Abortion

Abortions are a sensitive topic to many, and while it may seem obvious why this is a gendered issue, the history of abortion is a blatant example of how the patriarchy governs women’s bodies. Importantly, not all women have uteruses, and not all people with uteruses are women, a topic that is not discussed nearly enough. An awareness of the history of abortion, and a sensitivity when discussing the topic, are important for us to unpack the methods of patriarchal control and the delegitimising of ‘women’s issues.’ 

Abortions are shrouded in myth and misinformation. Abortions have been around for thousands of years, with one of the oldest records coming from an Egyptian papyrus in 1550 BC. Even Christians, who are some of the largest protestors against abortions today, were accepting of abortions before ‘quickening,’ which is when the pregnant person feels the foetus first move. It wasn’t until the 19th century, when advancements in medicine and sanitation led to a ‘standardisation’ in Western healthcare, that abortions became a moral and legal topic. This standardisation sought to delegitimise women doctors, especially midwives who performed the majority of abortions, most of whom were black and indigenous women. 

The creation of gynaecology was an attempt by elite men doctors to exclude these midwives who they branded as savage and unhygienic. At the same time as forcing women out of the healthcare profession, gynaecologists pulled women’s bodies from the private sphere into the public sphere. This enabled men to create a ‘monopoly of power’ over women’s bodies, a precedence that continues today. You needn’t look too far to find a person who has a horror story about misdiagnosis of endometriosis, or side effects from the contraceptive pill.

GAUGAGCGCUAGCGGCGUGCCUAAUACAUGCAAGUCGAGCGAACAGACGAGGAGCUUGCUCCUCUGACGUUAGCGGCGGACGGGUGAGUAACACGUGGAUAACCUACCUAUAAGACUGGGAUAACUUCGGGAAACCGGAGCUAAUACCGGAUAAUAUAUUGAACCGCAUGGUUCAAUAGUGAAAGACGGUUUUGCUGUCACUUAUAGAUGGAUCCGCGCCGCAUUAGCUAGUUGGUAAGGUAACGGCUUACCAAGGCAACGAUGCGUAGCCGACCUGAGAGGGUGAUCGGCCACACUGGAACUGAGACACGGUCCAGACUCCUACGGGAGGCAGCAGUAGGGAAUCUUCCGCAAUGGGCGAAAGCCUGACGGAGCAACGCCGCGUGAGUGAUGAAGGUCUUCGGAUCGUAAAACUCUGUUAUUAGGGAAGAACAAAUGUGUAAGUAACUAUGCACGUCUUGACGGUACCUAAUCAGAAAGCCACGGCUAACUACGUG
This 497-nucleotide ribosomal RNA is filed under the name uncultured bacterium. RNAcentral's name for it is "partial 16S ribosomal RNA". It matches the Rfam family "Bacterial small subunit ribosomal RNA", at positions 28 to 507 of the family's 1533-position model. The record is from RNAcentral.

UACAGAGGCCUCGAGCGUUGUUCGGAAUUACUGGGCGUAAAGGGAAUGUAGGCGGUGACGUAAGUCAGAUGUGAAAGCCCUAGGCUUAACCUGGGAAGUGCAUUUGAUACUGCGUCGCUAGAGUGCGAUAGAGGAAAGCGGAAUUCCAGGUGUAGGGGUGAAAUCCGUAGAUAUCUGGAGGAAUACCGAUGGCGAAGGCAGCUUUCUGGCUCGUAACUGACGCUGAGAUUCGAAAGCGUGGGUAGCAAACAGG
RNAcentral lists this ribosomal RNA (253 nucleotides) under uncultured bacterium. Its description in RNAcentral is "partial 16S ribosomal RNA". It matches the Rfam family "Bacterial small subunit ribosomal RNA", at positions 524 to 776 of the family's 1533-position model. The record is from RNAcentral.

The statistics around women (the data does not mention non-women with uteruses) who still live in countries that ban abortions are shocking. 90 million women live in countries where abortion is blanket banned, 360 million can only have abortions if their life is threatened, and 240 million can only have them when there is a health risk. Whilst these laws do nothing to decrease abortion rates, they do a lot to increase death rates. The lack of people with uteruses in decision-making processes means that abortion legislation is largely made by people who will never experience pregnancy. There is global precedence of men-led administrations controlling the rights and bodies of people with uteruses, showing that the fight for abortion rights is tightly woven with the fight for representation in government. 

Misinformation is the greatest enemy of those fighting for abortions rights. It is very rare that abortions are mentioned in schools, let alone taught about. They are surrounded by so much stigma that even those seeking to learn more must be discerning about the information they read. The idea that abortions lead to decreased fertility, that they are unsafe, or that they lead to cancer are part of common understanding but are massively untrue. Misunderstanding and lack of education about the effectiveness of other forms of contraception can also add to the stigma around abortions, as those seeking abortions are seen as ‘stupid’ or ‘lazy’ for not considering other options. 

There are many reasons a person might want to get an abortion, and they should be supported in this choice, not met with unwarranted fear and stigma. The control that the patriarchy maintains over bodies with uteruses is scary and should be at the forefront of feminist thought. Access to safe abortion shouldn’t be a privilege.

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